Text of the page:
Ok, maybe the title is a bit brash, since I can’t cover all you need to know about every gemstone in one post. But this will give you some essentials you need to know before you splurge on a colored gemstone piece of jewelry. All the variables mean that a colored stone purchase is pretty complex, and colored gems aren’t always as well-documented as diamonds are.
Here’s what you should look for and ask about when buying a colored gemstone:
Heated or Treated?
Almost every type of colored gemstone has some potential for treatment. Some, such as sapphires, are heated to remove internal inclusions and improve their color. Others, like Emeralds, have materials such as oil or resin filled into fissures within the stone to improve their appearance. For a complete graph of gemstones, their potential treatments and the relative permanence of those treatments, click here.
It is quite rare for gemstones to have no treatment at all, and this will increase the value tremendously, so if a retailer or jeweler tells you that something is untreated, your next statement should be “prove it”! There should be some sort of documentation from an accredited gem lab to show that the gem is untreated (see the next point).
Show Me the Paperwork!
A gemstone should have some documentation, called a certificate, from an accredited gem lab if it is a larger carat weight (over 2.50 or 3 carats in the case of Sapphires, Rubies or Emeralds), is rare in some way, and ESPECIALLY if untreated/unheated. In general, a lab report for a colored gemstone will document the color, transparency, shape, cut, dimensions, carat weight and a photo of the gem. If you are talking about a major purchase, $10,000 or more, you better have some independent documentation about the gemstone’s specs. Don’t accept a retailer’s word for it: get it in writing and have them explain it to you.
In the recent past, there were several gem labs who did independent analysis on colored gemstones: AGTA’s GTC (American Gem Trade Association’s Gemological Testing Center), GIA (Gemological Institute of America), and Gubelin Gemmological Laboratory. Unfortunately, AGTA closed its Gemological Testing Center on July 29, 2009. This is a big loss for the jewelry industry, as AGTA’s lab was highly regarded for their expertise and integrity. GIA is a respected source for colored gemstone lab reports, which document the color and cut details, plus their origin (if discernible) and treatments (or lack thereof). GIA also has a great colored gemstone tutorial here. Gubelin is a little less familiar to US clients, but sources I checked with said that they trust their lab reports as well. If you purchase a gemstone with paperwork from these labs in particular, you have something concrete you can use to compare value.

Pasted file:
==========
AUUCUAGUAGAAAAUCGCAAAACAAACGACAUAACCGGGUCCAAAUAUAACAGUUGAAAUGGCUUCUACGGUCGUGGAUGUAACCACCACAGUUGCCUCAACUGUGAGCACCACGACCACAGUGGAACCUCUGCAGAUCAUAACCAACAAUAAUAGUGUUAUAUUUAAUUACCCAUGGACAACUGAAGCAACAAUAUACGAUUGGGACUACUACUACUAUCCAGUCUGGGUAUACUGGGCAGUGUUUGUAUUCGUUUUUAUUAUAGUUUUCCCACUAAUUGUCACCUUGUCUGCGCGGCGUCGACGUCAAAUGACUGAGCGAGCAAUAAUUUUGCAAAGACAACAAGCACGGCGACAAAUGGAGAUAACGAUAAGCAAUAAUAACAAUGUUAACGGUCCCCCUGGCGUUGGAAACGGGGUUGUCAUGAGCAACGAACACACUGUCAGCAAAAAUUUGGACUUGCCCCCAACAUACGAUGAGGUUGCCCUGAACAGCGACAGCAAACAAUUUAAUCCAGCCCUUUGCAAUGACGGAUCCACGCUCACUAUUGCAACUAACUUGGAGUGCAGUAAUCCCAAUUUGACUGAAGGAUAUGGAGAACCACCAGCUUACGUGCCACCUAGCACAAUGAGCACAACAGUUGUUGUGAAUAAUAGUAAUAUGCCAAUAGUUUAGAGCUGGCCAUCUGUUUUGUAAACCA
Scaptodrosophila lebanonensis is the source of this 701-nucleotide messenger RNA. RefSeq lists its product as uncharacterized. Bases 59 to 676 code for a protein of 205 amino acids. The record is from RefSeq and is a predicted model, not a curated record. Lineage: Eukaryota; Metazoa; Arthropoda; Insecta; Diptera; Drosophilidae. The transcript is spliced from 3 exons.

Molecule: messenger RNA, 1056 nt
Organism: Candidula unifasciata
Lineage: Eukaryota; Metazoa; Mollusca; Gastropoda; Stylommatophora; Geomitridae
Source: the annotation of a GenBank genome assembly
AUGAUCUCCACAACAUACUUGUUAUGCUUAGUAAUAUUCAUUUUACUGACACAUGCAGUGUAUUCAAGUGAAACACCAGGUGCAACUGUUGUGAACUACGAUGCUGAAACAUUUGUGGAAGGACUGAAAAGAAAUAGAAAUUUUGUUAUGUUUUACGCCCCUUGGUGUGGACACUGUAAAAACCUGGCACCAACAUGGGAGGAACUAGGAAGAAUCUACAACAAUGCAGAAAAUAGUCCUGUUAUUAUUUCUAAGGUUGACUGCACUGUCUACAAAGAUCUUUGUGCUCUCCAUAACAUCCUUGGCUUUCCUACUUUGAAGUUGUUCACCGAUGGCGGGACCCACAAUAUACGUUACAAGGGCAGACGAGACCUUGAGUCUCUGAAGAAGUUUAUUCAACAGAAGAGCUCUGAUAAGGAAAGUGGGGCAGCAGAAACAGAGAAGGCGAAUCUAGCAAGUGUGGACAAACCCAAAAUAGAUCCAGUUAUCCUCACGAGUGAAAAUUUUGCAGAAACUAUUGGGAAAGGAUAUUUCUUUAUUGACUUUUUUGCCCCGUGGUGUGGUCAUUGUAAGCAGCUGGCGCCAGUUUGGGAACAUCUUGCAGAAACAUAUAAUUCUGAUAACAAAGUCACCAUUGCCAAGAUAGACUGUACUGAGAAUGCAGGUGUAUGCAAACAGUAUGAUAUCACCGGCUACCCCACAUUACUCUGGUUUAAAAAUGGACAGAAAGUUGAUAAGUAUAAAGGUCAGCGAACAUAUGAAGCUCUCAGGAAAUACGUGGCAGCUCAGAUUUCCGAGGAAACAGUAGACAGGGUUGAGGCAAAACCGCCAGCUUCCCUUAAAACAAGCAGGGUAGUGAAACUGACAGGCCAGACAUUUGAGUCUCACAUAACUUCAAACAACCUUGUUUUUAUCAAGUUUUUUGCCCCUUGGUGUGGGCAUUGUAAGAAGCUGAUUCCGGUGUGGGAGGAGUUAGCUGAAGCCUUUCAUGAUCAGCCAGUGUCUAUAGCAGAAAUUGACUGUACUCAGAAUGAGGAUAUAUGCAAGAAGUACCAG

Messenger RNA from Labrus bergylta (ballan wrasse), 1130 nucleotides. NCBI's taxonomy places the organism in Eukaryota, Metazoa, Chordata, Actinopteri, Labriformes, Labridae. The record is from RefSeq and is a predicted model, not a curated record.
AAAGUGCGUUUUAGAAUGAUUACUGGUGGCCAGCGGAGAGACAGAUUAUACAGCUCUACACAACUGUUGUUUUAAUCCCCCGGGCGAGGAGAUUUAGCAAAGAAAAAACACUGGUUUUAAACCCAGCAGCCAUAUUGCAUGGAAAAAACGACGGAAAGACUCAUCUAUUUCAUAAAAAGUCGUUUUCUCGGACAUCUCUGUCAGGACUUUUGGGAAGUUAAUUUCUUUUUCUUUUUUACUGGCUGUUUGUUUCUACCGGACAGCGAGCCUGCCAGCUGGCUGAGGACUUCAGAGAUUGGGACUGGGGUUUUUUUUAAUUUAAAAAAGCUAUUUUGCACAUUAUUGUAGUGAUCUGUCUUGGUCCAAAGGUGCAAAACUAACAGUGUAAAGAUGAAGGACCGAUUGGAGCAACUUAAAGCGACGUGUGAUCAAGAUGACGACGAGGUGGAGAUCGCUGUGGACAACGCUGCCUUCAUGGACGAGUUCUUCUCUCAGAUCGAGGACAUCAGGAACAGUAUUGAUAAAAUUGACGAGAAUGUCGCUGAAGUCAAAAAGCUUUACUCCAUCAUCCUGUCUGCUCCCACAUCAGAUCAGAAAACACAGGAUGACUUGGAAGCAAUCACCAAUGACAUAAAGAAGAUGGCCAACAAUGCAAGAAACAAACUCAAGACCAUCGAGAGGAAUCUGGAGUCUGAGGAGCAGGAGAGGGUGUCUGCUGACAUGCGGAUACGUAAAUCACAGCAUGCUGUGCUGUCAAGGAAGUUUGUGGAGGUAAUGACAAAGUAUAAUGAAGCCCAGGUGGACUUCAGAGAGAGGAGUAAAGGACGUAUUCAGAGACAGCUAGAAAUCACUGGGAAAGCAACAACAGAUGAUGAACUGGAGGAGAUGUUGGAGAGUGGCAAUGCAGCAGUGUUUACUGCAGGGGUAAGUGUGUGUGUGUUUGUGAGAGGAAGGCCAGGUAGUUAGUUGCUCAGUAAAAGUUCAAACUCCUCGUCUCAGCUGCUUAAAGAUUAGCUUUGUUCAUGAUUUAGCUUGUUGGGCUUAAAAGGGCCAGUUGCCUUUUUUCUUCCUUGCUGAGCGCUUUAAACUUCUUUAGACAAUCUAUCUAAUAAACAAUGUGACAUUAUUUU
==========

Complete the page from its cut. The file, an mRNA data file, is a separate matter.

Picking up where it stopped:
The Very Important Final Consideration: I.T.C.S. (It’s the Color, Stupid!)
Much like Bill Clinton’s famous “it’s the economy, stupid!” note on the wall during his 1992 election campaign, it’s important to stay focused on the most critical element: the color. Sure, there is clarity to consider (the relative freedom from inclusions), and how well the gem is faceted. There are also the technical elements of hue (the color), tone (how light or dark the gem is), and saturation (the intensity of the color from weak to vivid) of the color itself.
But there is a more visceral test to conduct with your GUT. Does the color catch your eye from a distance? Does it appear to be lit from within? In the case of a deep blue sapphire, can you get lost in its velvety cobalt depths? Does it glitter, snap, twinkle? Does it make your heart beat faster, make your palms sweat a little? Then you’ve got your gemstone.
The perfect setting.
Unless you’re a collector buying a loose specimen, you need to consider the setting. Does the setting make a good foil for the gemstone? Does it seem proportioned and pleasing in shape and size? It should enhance the color, such as nice white diamonds providing some contrast to the colored stone. The metal color should also enhance the color of the gem. Yellow gold usually looks good with warm-colored gems like Rubies and Emeralds, while Sapphires can look good with cool white metals (white gold or platinum) OR yellow gold, depending on the design. Sometimes the actual head that holds the colored gem will be a different metal than the metal holding the diamonds or the band of the ring. Pastel-colored gems might look best with white metals, but it depends on the design. Some designers do a great job with interesting combos of different gem and metal colors.
Maybe even more than an engagement ring, a wise gemstone purchase depends on finding a reputable physical jeweler in your area where you can compare and evaluate. This is a very hard thing to buy online or over the phone. You really need to see it. If you need help finding a local jeweler who specializes in colored gemstones, click here to send me a note about what you’re looking for and where you’re located (or leave a comment with your email below). I will do my best to help recommend someone in your area.